An easement is a legal right to cross or otherwise use someone else's land (or part thereof) for a specified purpose.
The relationship which should be registered soon after the right materialises, is usually by agreement (and formalised between the parties by deed), imposed by an authority or court ordered.
The legal jargon in respect of each title is somewhat confusing, and the following terms are commonly used:
Examples of easements and restrictions on the use of land, include:
Unregistered easements and restrictions cause some concerns because they are usually based on an agreement entered between neighbouring property owners but are not registered (or available to be searched on public record). If you purchase a property with an unregistered dealing, you will must still comply with it despite it having been entered by the previous owner. This may cause considerable restrictions in the manner in which you can use your land. You may be able to sue the previous owner for damages.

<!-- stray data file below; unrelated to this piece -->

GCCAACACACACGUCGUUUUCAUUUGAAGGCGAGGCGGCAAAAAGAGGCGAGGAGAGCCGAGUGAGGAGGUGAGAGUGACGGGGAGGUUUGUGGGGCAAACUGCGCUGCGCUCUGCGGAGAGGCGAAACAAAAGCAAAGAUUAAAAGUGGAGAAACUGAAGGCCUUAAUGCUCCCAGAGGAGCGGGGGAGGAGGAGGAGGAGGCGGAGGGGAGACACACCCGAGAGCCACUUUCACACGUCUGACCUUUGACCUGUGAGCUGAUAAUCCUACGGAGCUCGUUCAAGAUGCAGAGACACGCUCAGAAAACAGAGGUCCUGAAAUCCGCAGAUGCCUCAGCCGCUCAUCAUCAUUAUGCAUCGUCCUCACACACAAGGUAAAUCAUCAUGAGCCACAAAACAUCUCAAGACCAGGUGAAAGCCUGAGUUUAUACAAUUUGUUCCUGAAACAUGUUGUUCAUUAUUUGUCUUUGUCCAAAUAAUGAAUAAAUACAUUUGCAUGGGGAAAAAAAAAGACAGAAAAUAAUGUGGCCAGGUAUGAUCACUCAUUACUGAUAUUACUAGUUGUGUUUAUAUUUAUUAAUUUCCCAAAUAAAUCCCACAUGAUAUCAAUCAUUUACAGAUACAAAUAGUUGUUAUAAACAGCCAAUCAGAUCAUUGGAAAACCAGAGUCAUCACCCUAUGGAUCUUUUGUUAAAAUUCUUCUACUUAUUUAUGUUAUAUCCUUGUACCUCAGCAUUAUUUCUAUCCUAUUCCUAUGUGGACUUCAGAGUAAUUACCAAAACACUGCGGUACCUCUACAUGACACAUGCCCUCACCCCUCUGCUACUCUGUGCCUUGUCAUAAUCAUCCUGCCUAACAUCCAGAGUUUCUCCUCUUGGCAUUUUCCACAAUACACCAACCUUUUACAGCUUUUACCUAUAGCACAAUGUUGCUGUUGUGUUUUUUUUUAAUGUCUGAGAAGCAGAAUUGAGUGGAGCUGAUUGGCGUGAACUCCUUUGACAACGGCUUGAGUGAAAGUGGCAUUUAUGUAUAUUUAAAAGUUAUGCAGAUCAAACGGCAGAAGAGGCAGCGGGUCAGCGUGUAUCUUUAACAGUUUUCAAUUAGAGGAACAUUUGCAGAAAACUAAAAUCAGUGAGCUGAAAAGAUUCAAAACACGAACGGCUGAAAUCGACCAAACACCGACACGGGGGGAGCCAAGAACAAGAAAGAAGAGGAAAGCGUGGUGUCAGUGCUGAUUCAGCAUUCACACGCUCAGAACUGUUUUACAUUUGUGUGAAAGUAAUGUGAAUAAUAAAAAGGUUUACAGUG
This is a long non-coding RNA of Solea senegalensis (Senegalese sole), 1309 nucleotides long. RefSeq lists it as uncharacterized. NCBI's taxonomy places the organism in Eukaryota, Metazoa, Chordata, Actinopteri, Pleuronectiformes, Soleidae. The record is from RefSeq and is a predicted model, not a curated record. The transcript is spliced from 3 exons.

The lawyers at Sterling Legal are veteran practitioners and have the skills and experience to sensitively and successful handle your case.
For more specific information, talk to the lawyers on 92237334.